Jason Watson: Awesome.
Brian Harbin: And Taekwondo, because I believe for me especially with boys like to develop the discipline especially learning through you and your studio. All the things that go along with it, you're setting a good example for the younger kids, the fact that it takes 6 years. The fact that they're going to Quanta quit dozens of times over the time period. But The fact that they push through and they have that and of course the self-defense aspect of it. so, that's my personal opinion, but in your opinion in terms of all the hundreds of kids that you've come through your program. The fact that you have two boys yourself that go to the program. In your opinion, what are the advantages for parents to put their kids in martial arts at a young age?
Jason Watson: It just piggybacks everything you say, right. Like I think the kicking and punching part is just a vehicle for teaching kids goal setting. Like we do a black belt meeting before as you know once the kids reach that high red belt and we're setting them up for black belt. One of the things we talk about is for a 10, 11-year-old a week is a long time to wait. If you say, oh yeah, we're going to go somewhere we're taking you to Disney World next week, they're going to ask you every day, is it is today of the day, it's the day of the day, are we there yet kind of thing. Just tell some is this going to be a 5, 6-year process that's really hard for them to fathom. So, on the backside of that, when a kid gets that makes it, man, they've set themselves up for success, right? When they get into high school and they've got a tough four years or college or whatever. They have a place building them already that they kind of have this baseline where they know, okay, I have done something that took me a long time to do and it was tough but I stuck it out, right. They have kind of this area where they know, I've done this before, I can do it again which in most other sports that doesn't happen. I think besides like getting an Eagle Scout, right. Like which is amazing.
That's the deal and then talking to them all the time about respect and being polite. We have all these little sayings; we work to them on focus. Being focused is a skill that kids need to learn it and then we don't say practice makes perfect, we say perfect practice makes perfect, right. Like the way you practice is important. You don't want to do something thousand times bad and you just get really good at throwing a bad punch. So, we try to walk through those skills at the end of the day. That's more important to me than how good a kid is competing or fighting or you know being able to throw a cool kick or punch, goal setting.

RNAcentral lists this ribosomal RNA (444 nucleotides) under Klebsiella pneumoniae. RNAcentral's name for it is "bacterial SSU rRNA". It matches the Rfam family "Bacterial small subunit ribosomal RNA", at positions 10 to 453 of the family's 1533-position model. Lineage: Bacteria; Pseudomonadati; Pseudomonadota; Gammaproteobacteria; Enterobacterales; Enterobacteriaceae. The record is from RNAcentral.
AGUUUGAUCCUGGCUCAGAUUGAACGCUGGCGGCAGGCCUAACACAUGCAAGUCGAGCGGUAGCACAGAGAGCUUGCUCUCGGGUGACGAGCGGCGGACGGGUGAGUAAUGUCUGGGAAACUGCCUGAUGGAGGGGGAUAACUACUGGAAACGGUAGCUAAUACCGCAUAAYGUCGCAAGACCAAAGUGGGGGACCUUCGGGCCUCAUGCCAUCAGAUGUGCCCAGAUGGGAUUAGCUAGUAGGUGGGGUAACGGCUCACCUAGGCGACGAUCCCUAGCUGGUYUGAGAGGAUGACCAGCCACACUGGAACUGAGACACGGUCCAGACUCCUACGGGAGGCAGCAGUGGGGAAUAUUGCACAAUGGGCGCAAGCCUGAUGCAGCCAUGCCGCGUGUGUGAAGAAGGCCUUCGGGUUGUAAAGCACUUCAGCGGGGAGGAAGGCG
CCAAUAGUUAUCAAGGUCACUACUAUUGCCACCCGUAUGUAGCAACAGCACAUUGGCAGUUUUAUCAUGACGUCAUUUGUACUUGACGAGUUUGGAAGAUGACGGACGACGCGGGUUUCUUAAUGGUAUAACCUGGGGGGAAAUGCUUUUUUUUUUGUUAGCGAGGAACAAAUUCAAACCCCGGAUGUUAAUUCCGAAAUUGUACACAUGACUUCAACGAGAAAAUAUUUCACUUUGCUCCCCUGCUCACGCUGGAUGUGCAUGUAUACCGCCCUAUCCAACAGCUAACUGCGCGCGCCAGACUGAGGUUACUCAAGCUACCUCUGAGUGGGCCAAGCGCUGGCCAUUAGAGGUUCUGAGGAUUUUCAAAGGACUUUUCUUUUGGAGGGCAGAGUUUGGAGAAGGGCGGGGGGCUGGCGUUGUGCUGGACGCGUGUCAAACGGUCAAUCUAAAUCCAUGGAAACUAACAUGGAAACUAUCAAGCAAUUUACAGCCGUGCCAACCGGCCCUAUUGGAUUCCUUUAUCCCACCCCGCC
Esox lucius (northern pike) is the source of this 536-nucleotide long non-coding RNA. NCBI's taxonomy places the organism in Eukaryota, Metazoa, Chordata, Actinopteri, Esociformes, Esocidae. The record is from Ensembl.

Brian Harbin: Yeah, and I I'll say too I'll never forget that meeting sitting with Stone before he goes to Tess versus Black Belt with you. Because you had me sit in that meeting with him and you explain this story talking about how each belt and the color represents something different. I don't know if that's, if you can share it publicly or for it's for that private meeting. But for it was super impactful and we've been going to practices for years at that point but the way you summarize and made it all tie together.
Jason Watson: Right
Brian Harbin: Really made a lot of sense. I don't know if you can kind of share that same in terms of.
Jason Watson: Yeah. And we don't do this with our kids at White Yellow Belt because it doesn't mean anything to it.
Brian Harbin: Right.
Jason Watson: Right. But and now, this is for our system because there's tons of different belt systems and different colors belts but for ours, we believe it's like based on the system of like a tree or a plant, right. That white belt that seed in the ground and if you think of tree for instance that tree could grow to be a bonsai tree that's going to be a foot tall or could grow into a redwood tree that's big enough to drive a bus through, right. Those depend on the other factors, what kind of tree, how much water sun and all that stuff. So, that's the parents, the coaches or teachers, but when that seed pops up to the dirt you got that little sprig, that's a yellow belt. Then starts getting leaves on it, well that's the green belt, right. Now it's continuing to grow and get bigger, and then blue belts when it gets these kinds of bulbs like flowers on there. Red belt, it's those bulbs are opened up. So, now you get to kind of see the life of that that tree or plant. Then black belt is it spreads its own seeds.